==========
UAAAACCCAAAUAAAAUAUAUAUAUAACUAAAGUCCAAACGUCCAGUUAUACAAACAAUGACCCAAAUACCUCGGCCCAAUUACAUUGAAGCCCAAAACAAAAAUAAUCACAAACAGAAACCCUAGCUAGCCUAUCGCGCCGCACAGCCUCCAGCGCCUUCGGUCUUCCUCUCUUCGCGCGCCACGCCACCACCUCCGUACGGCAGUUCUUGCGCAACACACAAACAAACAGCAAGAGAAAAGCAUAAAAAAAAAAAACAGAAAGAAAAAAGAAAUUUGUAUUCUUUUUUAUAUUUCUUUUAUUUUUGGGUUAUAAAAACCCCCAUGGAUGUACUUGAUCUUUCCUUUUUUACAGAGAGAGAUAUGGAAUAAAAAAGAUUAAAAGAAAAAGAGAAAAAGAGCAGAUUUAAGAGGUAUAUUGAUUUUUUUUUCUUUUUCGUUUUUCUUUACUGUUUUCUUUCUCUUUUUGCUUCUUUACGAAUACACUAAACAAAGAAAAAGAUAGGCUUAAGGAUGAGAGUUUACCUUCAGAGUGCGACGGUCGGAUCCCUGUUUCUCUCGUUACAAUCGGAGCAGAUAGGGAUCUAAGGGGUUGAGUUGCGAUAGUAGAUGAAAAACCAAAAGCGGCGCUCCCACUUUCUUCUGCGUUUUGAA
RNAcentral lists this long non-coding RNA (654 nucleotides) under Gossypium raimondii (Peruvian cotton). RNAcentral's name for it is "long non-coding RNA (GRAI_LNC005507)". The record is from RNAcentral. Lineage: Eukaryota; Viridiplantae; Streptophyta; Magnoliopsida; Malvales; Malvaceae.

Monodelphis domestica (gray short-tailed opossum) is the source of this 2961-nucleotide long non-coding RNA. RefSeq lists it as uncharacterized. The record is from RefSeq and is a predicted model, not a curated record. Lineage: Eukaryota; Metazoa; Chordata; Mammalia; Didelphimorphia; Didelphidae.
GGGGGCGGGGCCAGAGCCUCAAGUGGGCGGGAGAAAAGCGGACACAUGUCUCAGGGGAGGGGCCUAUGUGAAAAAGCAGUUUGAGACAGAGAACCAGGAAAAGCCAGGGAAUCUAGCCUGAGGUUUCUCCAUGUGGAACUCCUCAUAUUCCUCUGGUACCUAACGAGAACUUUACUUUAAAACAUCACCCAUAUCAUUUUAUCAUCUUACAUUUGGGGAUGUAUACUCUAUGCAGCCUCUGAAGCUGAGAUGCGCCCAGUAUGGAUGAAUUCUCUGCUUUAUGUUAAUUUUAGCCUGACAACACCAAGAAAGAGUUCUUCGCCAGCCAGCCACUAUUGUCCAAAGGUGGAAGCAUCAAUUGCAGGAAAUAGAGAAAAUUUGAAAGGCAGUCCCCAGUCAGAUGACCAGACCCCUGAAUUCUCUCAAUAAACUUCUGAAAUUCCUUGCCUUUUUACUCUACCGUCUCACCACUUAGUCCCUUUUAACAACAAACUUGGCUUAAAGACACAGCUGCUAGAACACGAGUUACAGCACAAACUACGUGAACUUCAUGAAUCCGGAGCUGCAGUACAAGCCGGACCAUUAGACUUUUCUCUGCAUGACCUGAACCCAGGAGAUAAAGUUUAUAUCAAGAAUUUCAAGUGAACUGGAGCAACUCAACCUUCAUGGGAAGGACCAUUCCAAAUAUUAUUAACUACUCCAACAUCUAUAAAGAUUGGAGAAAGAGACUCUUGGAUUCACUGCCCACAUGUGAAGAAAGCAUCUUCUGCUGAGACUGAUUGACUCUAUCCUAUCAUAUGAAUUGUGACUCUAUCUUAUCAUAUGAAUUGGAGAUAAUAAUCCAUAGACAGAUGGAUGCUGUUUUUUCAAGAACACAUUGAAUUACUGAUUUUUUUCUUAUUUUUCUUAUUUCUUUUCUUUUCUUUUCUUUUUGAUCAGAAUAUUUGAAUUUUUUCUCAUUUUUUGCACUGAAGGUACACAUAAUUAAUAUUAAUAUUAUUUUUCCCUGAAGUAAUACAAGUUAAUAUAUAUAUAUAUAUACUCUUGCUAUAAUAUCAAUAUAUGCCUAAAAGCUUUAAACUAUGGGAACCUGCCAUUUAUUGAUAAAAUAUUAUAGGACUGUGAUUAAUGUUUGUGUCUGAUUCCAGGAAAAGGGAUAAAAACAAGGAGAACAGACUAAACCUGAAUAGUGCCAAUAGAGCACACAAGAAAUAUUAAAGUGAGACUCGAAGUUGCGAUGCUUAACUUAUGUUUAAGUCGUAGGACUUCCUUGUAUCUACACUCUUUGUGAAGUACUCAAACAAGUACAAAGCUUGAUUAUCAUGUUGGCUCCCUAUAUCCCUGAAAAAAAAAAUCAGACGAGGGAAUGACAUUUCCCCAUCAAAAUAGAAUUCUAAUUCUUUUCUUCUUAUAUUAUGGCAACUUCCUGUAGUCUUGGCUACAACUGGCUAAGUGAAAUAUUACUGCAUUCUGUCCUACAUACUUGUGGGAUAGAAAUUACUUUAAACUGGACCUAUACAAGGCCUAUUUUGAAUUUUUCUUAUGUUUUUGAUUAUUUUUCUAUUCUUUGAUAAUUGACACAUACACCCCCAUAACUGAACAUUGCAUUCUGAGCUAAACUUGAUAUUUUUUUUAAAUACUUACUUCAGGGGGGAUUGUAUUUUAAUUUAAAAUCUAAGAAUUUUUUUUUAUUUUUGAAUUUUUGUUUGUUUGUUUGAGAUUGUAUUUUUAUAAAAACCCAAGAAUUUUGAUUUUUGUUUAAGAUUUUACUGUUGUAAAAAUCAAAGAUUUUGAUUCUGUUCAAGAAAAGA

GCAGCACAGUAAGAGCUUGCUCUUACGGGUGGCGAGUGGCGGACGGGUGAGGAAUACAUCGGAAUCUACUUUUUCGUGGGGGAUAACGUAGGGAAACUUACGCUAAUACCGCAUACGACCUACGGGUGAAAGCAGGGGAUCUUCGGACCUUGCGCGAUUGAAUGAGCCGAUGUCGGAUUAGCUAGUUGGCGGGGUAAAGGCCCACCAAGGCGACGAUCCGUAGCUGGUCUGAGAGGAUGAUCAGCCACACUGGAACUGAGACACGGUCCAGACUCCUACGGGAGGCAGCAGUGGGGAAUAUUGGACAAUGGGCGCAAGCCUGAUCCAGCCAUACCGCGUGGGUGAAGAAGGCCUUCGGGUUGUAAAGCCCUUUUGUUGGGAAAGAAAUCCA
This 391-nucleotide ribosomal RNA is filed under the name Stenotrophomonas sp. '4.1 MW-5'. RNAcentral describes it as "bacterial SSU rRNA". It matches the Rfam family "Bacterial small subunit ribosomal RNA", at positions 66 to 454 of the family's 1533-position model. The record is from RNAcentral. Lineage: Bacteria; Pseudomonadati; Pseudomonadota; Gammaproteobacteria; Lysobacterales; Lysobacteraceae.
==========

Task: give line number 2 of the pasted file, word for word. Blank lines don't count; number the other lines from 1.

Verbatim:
RNAcentral lists this long non-coding RNA (654 nucleotides) under Gossypium raimondii (Peruvian cotton). RNAcentral's name for it is "long non-coding RNA (GRAI_LNC005507)". The record is from RNAcentral. Lineage: Eukaryota; Viridiplantae; Streptophyta; Magnoliopsida; Malvales; Malvaceae.